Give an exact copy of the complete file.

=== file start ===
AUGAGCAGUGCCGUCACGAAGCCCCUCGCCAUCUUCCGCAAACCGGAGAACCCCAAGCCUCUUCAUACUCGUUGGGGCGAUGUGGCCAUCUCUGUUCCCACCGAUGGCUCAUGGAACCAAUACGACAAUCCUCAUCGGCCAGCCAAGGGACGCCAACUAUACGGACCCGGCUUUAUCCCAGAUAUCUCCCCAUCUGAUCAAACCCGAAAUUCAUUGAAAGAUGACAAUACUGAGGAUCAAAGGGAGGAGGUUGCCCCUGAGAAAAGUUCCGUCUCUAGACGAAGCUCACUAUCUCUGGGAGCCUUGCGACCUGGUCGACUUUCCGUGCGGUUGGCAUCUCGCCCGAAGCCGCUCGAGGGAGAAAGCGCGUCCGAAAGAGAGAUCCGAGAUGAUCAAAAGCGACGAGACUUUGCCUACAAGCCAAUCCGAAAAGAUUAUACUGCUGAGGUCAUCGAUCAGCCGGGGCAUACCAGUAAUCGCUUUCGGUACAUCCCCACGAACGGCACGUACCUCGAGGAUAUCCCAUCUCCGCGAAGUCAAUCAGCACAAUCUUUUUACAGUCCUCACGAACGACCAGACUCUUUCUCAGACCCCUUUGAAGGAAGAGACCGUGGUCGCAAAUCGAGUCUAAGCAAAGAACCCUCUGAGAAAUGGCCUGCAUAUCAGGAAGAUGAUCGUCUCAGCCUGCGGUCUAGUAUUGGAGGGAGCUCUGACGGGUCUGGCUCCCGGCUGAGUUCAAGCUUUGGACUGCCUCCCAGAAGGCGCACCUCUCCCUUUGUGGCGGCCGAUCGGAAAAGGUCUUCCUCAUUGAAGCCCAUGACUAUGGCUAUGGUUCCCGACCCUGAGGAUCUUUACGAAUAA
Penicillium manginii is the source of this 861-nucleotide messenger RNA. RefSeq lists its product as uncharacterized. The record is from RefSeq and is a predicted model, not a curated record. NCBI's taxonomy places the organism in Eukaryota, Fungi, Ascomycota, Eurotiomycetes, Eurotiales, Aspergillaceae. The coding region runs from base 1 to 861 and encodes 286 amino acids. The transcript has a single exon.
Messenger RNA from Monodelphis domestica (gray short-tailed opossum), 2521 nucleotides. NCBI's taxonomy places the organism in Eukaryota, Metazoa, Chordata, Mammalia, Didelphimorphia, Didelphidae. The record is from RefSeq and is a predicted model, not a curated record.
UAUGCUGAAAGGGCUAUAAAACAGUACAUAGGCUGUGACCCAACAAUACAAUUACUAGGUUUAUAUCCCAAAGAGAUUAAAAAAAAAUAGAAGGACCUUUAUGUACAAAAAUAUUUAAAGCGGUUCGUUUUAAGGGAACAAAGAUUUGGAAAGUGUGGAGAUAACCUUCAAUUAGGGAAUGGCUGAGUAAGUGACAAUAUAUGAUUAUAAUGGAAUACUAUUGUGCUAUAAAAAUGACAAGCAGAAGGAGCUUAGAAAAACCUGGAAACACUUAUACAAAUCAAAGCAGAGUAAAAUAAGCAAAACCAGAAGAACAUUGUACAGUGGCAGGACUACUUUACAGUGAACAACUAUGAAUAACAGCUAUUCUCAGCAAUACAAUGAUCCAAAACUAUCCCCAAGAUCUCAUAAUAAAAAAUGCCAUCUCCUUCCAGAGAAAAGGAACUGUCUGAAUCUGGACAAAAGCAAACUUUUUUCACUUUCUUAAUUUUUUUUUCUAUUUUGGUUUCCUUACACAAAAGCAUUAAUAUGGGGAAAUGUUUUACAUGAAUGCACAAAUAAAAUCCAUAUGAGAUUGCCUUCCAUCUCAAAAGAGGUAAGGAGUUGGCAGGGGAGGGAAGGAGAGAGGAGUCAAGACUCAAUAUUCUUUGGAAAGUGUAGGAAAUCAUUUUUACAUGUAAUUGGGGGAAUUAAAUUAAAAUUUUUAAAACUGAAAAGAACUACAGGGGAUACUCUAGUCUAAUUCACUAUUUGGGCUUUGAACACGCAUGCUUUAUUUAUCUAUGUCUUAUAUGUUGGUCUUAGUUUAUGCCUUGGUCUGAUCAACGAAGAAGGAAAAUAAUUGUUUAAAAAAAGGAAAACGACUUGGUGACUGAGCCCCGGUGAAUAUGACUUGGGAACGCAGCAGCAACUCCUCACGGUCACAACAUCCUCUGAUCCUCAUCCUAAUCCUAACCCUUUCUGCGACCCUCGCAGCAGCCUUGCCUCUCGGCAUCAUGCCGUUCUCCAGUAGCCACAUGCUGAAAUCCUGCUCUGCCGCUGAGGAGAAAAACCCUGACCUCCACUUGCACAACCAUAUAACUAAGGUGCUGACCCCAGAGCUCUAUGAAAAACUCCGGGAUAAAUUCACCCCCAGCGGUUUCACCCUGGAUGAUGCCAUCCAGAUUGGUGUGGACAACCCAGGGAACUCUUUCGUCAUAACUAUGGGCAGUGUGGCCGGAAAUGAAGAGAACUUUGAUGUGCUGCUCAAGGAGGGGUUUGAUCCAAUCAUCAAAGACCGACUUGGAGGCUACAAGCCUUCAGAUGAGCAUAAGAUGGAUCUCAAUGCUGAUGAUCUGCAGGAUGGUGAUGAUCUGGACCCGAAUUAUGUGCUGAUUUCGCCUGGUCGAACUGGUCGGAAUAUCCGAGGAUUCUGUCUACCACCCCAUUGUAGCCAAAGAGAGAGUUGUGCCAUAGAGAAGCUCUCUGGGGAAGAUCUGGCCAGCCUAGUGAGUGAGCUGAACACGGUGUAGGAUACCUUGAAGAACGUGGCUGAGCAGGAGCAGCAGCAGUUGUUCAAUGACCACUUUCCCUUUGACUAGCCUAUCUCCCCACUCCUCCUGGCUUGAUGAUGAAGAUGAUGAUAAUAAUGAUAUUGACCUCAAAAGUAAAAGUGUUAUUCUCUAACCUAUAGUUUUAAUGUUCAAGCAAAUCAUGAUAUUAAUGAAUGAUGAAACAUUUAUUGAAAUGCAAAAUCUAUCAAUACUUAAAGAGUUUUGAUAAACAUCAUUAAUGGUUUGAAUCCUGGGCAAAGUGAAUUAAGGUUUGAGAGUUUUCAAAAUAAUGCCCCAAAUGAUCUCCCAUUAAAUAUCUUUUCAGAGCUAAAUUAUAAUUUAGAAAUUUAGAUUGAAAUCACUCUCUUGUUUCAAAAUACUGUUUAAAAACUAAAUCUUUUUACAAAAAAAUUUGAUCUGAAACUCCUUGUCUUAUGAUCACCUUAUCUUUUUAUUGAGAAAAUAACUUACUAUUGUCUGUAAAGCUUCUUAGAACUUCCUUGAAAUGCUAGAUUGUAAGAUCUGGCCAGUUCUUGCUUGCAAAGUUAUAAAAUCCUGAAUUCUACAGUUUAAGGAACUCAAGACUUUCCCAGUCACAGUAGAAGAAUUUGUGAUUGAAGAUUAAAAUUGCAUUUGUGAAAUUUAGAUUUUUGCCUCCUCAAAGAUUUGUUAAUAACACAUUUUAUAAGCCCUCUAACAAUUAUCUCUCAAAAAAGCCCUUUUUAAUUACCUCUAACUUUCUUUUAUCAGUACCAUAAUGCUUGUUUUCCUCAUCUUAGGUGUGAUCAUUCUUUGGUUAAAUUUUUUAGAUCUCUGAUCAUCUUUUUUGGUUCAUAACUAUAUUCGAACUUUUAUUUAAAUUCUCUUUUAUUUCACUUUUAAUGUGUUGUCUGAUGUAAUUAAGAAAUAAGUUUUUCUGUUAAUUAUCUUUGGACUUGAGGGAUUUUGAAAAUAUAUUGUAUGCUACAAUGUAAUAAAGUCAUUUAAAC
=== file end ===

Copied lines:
AUGAGCAGUGCCGUCACGAAGCCCCUCGCCAUCUUCCGCAAACCGGAGAACCCCAAGCCUCUUCAUACUCGUUGGGGCGAUGUGGCCAUCUCUGUUCCCACCGAUGGCUCAUGGAACCAAUACGACAAUCCUCAUCGGCCAGCCAAGGGACGCCAACUAUACGGACCCGGCUUUAUCCCAGAUAUCUCCCCAUCUGAUCAAACCCGAAAUUCAUUGAAAGAUGACAAUACUGAGGAUCAAAGGGAGGAGGUUGCCCCUGAGAAAAGUUCCGUCUCUAGACGAAGCUCACUAUCUCUGGGAGCCUUGCGACCUGGUCGACUUUCCGUGCGGUUGGCAUCUCGCCCGAAGCCGCUCGAGGGAGAAAGCGCGUCCGAAAGAGAGAUCCGAGAUGAUCAAAAGCGACGAGACUUUGCCUACAAGCCAAUCCGAAAAGAUUAUACUGCUGAGGUCAUCGAUCAGCCGGGGCAUACCAGUAAUCGCUUUCGGUACAUCCCCACGAACGGCACGUACCUCGAGGAUAUCCCAUCUCCGCGAAGUCAAUCAGCACAAUCUUUUUACAGUCCUCACGAACGACCAGACUCUUUCUCAGACCCCUUUGAAGGAAGAGACCGUGGUCGCAAAUCGAGUCUAAGCAAAGAACCCUCUGAGAAAUGGCCUGCAUAUCAGGAAGAUGAUCGUCUCAGCCUGCGGUCUAGUAUUGGAGGGAGCUCUGACGGGUCUGGCUCCCGGCUGAGUUCAAGCUUUGGACUGCCUCCCAGAAGGCGCACCUCUCCCUUUGUGGCGGCCGAUCGGAAAAGGUCUUCCUCAUUGAAGCCCAUGACUAUGGCUAUGGUUCCCGACCCUGAGGAUCUUUACGAAUAA
Penicillium manginii is the source of this 861-nucleotide messenger RNA. RefSeq lists its product as uncharacterized. The record is from RefSeq and is a predicted model, not a curated record. NCBI's taxonomy places the organism in Eukaryota, Fungi, Ascomycota, Eurotiomycetes, Eurotiales, Aspergillaceae. The coding region runs from base 1 to 861 and encodes 286 amino acids. The transcript has a single exon.
Messenger RNA from Monodelphis domestica (gray short-tailed opossum), 2521 nucleotides. NCBI's taxonomy places the organism in Eukaryota, Metazoa, Chordata, Mammalia, Didelphimorphia, Didelphidae. The record is from RefSeq and is a predicted model, not a curated record.
UAUGCUGAAAGGGCUAUAAAACAGUACAUAGGCUGUGACCCAACAAUACAAUUACUAGGUUUAUAUCCCAAAGAGAUUAAAAAAAAAUAGAAGGACCUUUAUGUACAAAAAUAUUUAAAGCGGUUCGUUUUAAGGGAACAAAGAUUUGGAAAGUGUGGAGAUAACCUUCAAUUAGGGAAUGGCUGAGUAAGUGACAAUAUAUGAUUAUAAUGGAAUACUAUUGUGCUAUAAAAAUGACAAGCAGAAGGAGCUUAGAAAAACCUGGAAACACUUAUACAAAUCAAAGCAGAGUAAAAUAAGCAAAACCAGAAGAACAUUGUACAGUGGCAGGACUACUUUACAGUGAACAACUAUGAAUAACAGCUAUUCUCAGCAAUACAAUGAUCCAAAACUAUCCCCAAGAUCUCAUAAUAAAAAAUGCCAUCUCCUUCCAGAGAAAAGGAACUGUCUGAAUCUGGACAAAAGCAAACUUUUUUCACUUUCUUAAUUUUUUUUUCUAUUUUGGUUUCCUUACACAAAAGCAUUAAUAUGGGGAAAUGUUUUACAUGAAUGCACAAAUAAAAUCCAUAUGAGAUUGCCUUCCAUCUCAAAAGAGGUAAGGAGUUGGCAGGGGAGGGAAGGAGAGAGGAGUCAAGACUCAAUAUUCUUUGGAAAGUGUAGGAAAUCAUUUUUACAUGUAAUUGGGGGAAUUAAAUUAAAAUUUUUAAAACUGAAAAGAACUACAGGGGAUACUCUAGUCUAAUUCACUAUUUGGGCUUUGAACACGCAUGCUUUAUUUAUCUAUGUCUUAUAUGUUGGUCUUAGUUUAUGCCUUGGUCUGAUCAACGAAGAAGGAAAAUAAUUGUUUAAAAAAAGGAAAACGACUUGGUGACUGAGCCCCGGUGAAUAUGACUUGGGAACGCAGCAGCAACUCCUCACGGUCACAACAUCCUCUGAUCCUCAUCCUAAUCCUAACCCUUUCUGCGACCCUCGCAGCAGCCUUGCCUCUCGGCAUCAUGCCGUUCUCCAGUAGCCACAUGCUGAAAUCCUGCUCUGCCGCUGAGGAGAAAAACCCUGACCUCCACUUGCACAACCAUAUAACUAAGGUGCUGACCCCAGAGCUCUAUGAAAAACUCCGGGAUAAAUUCACCCCCAGCGGUUUCACCCUGGAUGAUGCCAUCCAGAUUGGUGUGGACAACCCAGGGAACUCUUUCGUCAUAACUAUGGGCAGUGUGGCCGGAAAUGAAGAGAACUUUGAUGUGCUGCUCAAGGAGGGGUUUGAUCCAAUCAUCAAAGACCGACUUGGAGGCUACAAGCCUUCAGAUGAGCAUAAGAUGGAUCUCAAUGCUGAUGAUCUGCAGGAUGGUGAUGAUCUGGACCCGAAUUAUGUGCUGAUUUCGCCUGGUCGAACUGGUCGGAAUAUCCGAGGAUUCUGUCUACCACCCCAUUGUAGCCAAAGAGAGAGUUGUGCCAUAGAGAAGCUCUCUGGGGAAGAUCUGGCCAGCCUAGUGAGUGAGCUGAACACGGUGUAGGAUACCUUGAAGAACGUGGCUGAGCAGGAGCAGCAGCAGUUGUUCAAUGACCACUUUCCCUUUGACUAGCCUAUCUCCCCACUCCUCCUGGCUUGAUGAUGAAGAUGAUGAUAAUAAUGAUAUUGACCUCAAAAGUAAAAGUGUUAUUCUCUAACCUAUAGUUUUAAUGUUCAAGCAAAUCAUGAUAUUAAUGAAUGAUGAAACAUUUAUUGAAAUGCAAAAUCUAUCAAUACUUAAAGAGUUUUGAUAAACAUCAUUAAUGGUUUGAAUCCUGGGCAAAGUGAAUUAAGGUUUGAGAGUUUUCAAAAUAAUGCCCCAAAUGAUCUCCCAUUAAAUAUCUUUUCAGAGCUAAAUUAUAAUUUAGAAAUUUAGAUUGAAAUCACUCUCUUGUUUCAAAAUACUGUUUAAAAACUAAAUCUUUUUACAAAAAAAUUUGAUCUGAAACUCCUUGUCUUAUGAUCACCUUAUCUUUUUAUUGAGAAAAUAACUUACUAUUGUCUGUAAAGCUUCUUAGAACUUCCUUGAAAUGCUAGAUUGUAAGAUCUGGCCAGUUCUUGCUUGCAAAGUUAUAAAAUCCUGAAUUCUACAGUUUAAGGAACUCAAGACUUUCCCAGUCACAGUAGAAGAAUUUGUGAUUGAAGAUUAAAAUUGCAUUUGUGAAAUUUAGAUUUUUGCCUCCUCAAAGAUUUGUUAAUAACACAUUUUAUAAGCCCUCUAACAAUUAUCUCUCAAAAAAGCCCUUUUUAAUUACCUCUAACUUUCUUUUAUCAGUACCAUAAUGCUUGUUUUCCUCAUCUUAGGUGUGAUCAUUCUUUGGUUAAAUUUUUUAGAUCUCUGAUCAUCUUUUUUGGUUCAUAACUAUAUUCGAACUUUUAUUUAAAUUCUCUUUUAUUUCACUUUUAAUGUGUUGUCUGAUGUAAUUAAGAAAUAAGUUUUUCUGUUAAUUAUCUUUGGACUUGAGGGAUUUUGAAAAUAUAUUGUAUGCUACAAUGUAAUAAAGUCAUUUAAAC